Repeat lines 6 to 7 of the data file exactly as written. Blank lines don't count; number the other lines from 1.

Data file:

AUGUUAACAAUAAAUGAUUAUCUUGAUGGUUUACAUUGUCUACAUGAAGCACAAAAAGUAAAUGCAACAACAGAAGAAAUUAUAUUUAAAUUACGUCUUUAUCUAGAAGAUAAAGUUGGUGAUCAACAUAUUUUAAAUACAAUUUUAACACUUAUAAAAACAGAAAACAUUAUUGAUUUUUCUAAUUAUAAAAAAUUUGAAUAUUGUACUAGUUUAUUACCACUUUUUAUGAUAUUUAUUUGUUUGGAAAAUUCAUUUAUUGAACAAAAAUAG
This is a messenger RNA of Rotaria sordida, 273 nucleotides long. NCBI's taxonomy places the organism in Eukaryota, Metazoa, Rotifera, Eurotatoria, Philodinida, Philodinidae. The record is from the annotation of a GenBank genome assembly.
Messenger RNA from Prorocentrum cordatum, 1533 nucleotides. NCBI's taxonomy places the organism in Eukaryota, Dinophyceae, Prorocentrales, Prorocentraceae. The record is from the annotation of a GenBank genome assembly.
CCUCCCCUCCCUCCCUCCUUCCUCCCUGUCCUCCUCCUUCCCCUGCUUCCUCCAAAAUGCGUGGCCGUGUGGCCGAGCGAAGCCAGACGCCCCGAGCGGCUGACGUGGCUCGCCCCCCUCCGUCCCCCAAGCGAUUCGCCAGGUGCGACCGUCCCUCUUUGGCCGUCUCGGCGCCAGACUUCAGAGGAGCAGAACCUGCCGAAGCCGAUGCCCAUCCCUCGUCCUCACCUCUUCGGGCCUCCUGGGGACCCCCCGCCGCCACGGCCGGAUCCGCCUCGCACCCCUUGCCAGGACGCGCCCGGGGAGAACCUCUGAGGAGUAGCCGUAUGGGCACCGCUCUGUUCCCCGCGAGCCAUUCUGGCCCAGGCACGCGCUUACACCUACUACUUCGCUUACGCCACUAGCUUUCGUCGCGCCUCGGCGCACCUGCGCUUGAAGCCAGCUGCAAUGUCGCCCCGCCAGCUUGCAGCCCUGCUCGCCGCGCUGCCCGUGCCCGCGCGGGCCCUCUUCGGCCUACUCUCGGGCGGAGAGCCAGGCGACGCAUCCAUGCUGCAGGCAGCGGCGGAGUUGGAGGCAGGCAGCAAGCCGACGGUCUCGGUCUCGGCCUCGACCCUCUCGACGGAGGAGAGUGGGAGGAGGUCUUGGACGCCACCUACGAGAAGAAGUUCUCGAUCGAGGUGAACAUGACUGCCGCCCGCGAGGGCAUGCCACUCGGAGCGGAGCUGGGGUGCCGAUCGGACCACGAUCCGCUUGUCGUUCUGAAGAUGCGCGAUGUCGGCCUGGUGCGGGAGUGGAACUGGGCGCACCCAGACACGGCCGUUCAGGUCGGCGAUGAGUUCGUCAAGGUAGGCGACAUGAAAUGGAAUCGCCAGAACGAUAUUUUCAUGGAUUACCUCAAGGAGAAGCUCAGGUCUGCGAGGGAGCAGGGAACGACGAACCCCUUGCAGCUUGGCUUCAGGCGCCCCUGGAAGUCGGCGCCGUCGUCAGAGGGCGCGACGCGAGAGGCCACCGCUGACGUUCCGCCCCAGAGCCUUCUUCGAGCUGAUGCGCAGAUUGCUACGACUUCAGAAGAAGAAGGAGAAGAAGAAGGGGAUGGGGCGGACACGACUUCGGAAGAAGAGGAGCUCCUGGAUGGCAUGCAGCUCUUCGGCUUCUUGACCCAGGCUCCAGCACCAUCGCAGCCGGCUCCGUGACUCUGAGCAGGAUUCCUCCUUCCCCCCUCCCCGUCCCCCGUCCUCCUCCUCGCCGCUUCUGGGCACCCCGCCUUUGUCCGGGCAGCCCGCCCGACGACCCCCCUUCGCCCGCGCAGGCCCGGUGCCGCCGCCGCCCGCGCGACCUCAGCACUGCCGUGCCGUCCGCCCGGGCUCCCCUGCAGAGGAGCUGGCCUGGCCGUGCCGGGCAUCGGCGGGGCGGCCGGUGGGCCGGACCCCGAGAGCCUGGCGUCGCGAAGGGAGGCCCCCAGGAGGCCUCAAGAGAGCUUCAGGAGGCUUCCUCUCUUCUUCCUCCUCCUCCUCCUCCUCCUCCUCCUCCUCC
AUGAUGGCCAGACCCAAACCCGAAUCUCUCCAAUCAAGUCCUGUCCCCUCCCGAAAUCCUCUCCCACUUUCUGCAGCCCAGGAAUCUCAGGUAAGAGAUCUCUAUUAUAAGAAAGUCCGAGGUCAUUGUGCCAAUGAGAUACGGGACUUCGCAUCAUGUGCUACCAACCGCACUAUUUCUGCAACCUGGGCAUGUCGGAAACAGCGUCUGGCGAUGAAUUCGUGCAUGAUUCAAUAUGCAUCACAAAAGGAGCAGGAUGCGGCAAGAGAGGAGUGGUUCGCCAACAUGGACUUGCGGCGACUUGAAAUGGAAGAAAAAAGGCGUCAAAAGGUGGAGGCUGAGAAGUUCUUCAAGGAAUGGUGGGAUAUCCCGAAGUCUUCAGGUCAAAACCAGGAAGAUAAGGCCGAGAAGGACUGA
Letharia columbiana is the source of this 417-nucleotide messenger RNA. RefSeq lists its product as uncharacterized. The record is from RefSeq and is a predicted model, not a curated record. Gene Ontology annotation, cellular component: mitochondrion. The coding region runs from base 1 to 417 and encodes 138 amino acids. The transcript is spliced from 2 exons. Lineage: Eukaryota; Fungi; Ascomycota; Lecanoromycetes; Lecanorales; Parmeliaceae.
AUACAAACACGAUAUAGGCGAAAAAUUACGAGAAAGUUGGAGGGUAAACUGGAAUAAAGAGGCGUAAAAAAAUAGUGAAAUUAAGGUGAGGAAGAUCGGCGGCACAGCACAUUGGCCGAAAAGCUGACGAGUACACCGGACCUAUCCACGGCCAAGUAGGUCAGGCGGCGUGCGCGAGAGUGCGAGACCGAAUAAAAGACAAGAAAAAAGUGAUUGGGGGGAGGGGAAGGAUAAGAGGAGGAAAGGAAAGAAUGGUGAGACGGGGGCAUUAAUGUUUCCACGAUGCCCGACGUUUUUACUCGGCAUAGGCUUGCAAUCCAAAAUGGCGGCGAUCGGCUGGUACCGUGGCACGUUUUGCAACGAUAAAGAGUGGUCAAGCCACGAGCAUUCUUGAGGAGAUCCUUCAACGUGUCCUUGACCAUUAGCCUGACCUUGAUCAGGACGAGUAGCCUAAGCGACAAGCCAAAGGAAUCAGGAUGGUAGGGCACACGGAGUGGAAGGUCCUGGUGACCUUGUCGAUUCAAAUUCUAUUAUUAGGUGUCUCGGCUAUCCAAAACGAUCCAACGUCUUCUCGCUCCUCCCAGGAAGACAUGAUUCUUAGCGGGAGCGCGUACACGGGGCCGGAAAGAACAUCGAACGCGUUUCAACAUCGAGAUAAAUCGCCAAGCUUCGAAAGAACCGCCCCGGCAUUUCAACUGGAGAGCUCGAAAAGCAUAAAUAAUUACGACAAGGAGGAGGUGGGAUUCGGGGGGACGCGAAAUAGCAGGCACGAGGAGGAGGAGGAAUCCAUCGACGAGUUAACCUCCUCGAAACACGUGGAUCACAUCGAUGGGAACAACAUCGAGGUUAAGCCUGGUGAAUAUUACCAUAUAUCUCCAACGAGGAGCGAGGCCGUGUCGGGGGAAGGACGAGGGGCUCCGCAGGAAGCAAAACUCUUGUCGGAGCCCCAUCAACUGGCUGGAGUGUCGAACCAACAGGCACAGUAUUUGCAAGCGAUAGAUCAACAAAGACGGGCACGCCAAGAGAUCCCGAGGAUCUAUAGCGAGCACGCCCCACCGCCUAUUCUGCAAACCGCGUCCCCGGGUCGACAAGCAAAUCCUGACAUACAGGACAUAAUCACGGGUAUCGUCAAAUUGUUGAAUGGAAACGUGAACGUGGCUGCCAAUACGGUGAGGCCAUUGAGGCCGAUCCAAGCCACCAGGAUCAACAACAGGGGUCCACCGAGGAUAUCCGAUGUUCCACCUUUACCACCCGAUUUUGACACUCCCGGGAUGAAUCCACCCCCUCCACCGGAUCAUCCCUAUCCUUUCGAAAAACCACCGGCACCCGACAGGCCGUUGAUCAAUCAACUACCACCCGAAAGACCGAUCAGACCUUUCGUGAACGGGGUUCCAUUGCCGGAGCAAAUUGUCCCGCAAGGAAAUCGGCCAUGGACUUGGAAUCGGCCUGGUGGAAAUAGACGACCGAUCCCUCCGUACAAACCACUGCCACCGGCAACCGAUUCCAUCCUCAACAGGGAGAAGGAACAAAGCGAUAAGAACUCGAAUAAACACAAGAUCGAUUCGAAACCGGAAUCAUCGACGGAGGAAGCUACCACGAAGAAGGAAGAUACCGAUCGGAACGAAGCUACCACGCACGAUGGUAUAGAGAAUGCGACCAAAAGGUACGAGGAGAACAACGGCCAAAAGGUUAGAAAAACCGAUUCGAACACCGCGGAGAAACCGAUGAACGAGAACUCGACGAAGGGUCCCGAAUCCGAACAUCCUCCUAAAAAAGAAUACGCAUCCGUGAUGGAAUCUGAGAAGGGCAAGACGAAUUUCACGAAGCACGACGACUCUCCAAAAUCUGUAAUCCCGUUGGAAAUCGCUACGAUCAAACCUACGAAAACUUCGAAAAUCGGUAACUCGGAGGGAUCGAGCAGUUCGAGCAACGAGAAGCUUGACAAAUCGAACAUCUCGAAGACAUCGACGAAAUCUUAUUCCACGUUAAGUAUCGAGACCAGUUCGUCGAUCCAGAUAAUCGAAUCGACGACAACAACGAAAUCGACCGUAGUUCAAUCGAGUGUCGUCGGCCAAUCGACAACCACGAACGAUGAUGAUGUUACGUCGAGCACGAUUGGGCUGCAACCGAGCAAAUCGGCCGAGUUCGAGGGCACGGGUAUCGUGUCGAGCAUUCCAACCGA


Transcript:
Letharia columbiana is the source of this 417-nucleotide messenger RNA. RefSeq lists its product as uncharacterized. The record is from RefSeq and is a predicted model, not a curated record. Gene Ontology annotation, cellular component: mitochondrion. The coding region runs from base 1 to 417 and encodes 138 amino acids. The transcript is spliced from 2 exons. Lineage: Eukaryota; Fungi; Ascomycota; Lecanoromycetes; Lecanorales; Parmeliaceae.
AUACAAACACGAUAUAGGCGAAAAAUUACGAGAAAGUUGGAGGGUAAACUGGAAUAAAGAGGCGUAAAAAAAUAGUGAAAUUAAGGUGAGGAAGAUCGGCGGCACAGCACAUUGGCCGAAAAGCUGACGAGUACACCGGACCUAUCCACGGCCAAGUAGGUCAGGCGGCGUGCGCGAGAGUGCGAGACCGAAUAAAAGACAAGAAAAAAGUGAUUGGGGGGAGGGGAAGGAUAAGAGGAGGAAAGGAAAGAAUGGUGAGACGGGGGCAUUAAUGUUUCCACGAUGCCCGACGUUUUUACUCGGCAUAGGCUUGCAAUCCAAAAUGGCGGCGAUCGGCUGGUACCGUGGCACGUUUUGCAACGAUAAAGAGUGGUCAAGCCACGAGCAUUCUUGAGGAGAUCCUUCAACGUGUCCUUGACCAUUAGCCUGACCUUGAUCAGGACGAGUAGCCUAAGCGACAAGCCAAAGGAAUCAGGAUGGUAGGGCACACGGAGUGGAAGGUCCUGGUGACCUUGUCGAUUCAAAUUCUAUUAUUAGGUGUCUCGGCUAUCCAAAACGAUCCAACGUCUUCUCGCUCCUCCCAGGAAGACAUGAUUCUUAGCGGGAGCGCGUACACGGGGCCGGAAAGAACAUCGAACGCGUUUCAACAUCGAGAUAAAUCGCCAAGCUUCGAAAGAACCGCCCCGGCAUUUCAACUGGAGAGCUCGAAAAGCAUAAAUAAUUACGACAAGGAGGAGGUGGGAUUCGGGGGGACGCGAAAUAGCAGGCACGAGGAGGAGGAGGAAUCCAUCGACGAGUUAACCUCCUCGAAACACGUGGAUCACAUCGAUGGGAACAACAUCGAGGUUAAGCCUGGUGAAUAUUACCAUAUAUCUCCAACGAGGAGCGAGGCCGUGUCGGGGGAAGGACGAGGGGCUCCGCAGGAAGCAAAACUCUUGUCGGAGCCCCAUCAACUGGCUGGAGUGUCGAACCAACAGGCACAGUAUUUGCAAGCGAUAGAUCAACAAAGACGGGCACGCCAAGAGAUCCCGAGGAUCUAUAGCGAGCACGCCCCACCGCCUAUUCUGCAAACCGCGUCCCCGGGUCGACAAGCAAAUCCUGACAUACAGGACAUAAUCACGGGUAUCGUCAAAUUGUUGAAUGGAAACGUGAACGUGGCUGCCAAUACGGUGAGGCCAUUGAGGCCGAUCCAAGCCACCAGGAUCAACAACAGGGGUCCACCGAGGAUAUCCGAUGUUCCACCUUUACCACCCGAUUUUGACACUCCCGGGAUGAAUCCACCCCCUCCACCGGAUCAUCCCUAUCCUUUCGAAAAACCACCGGCACCCGACAGGCCGUUGAUCAAUCAACUACCACCCGAAAGACCGAUCAGACCUUUCGUGAACGGGGUUCCAUUGCCGGAGCAAAUUGUCCCGCAAGGAAAUCGGCCAUGGACUUGGAAUCGGCCUGGUGGAAAUAGACGACCGAUCCCUCCGUACAAACCACUGCCACCGGCAACCGAUUCCAUCCUCAACAGGGAGAAGGAACAAAGCGAUAAGAACUCGAAUAAACACAAGAUCGAUUCGAAACCGGAAUCAUCGACGGAGGAAGCUACCACGAAGAAGGAAGAUACCGAUCGGAACGAAGCUACCACGCACGAUGGUAUAGAGAAUGCGACCAAAAGGUACGAGGAGAACAACGGCCAAAAGGUUAGAAAAACCGAUUCGAACACCGCGGAGAAACCGAUGAACGAGAACUCGACGAAGGGUCCCGAAUCCGAACAUCCUCCUAAAAAAGAAUACGCAUCCGUGAUGGAAUCUGAGAAGGGCAAGACGAAUUUCACGAAGCACGACGACUCUCCAAAAUCUGUAAUCCCGUUGGAAAUCGCUACGAUCAAACCUACGAAAACUUCGAAAAUCGGUAACUCGGAGGGAUCGAGCAGUUCGAGCAACGAGAAGCUUGACAAAUCGAACAUCUCGAAGACAUCGACGAAAUCUUAUUCCACGUUAAGUAUCGAGACCAGUUCGUCGAUCCAGAUAAUCGAAUCGACGACAACAACGAAAUCGACCGUAGUUCAAUCGAGUGUCGUCGGCCAAUCGACAACCACGAACGAUGAUGAUGUUACGUCGAGCACGAUUGGGCUGCAACCGAGCAAAUCGGCCGAGUUCGAGGGCACGGGUAUCGUGUCGAGCAUUCCAACCGA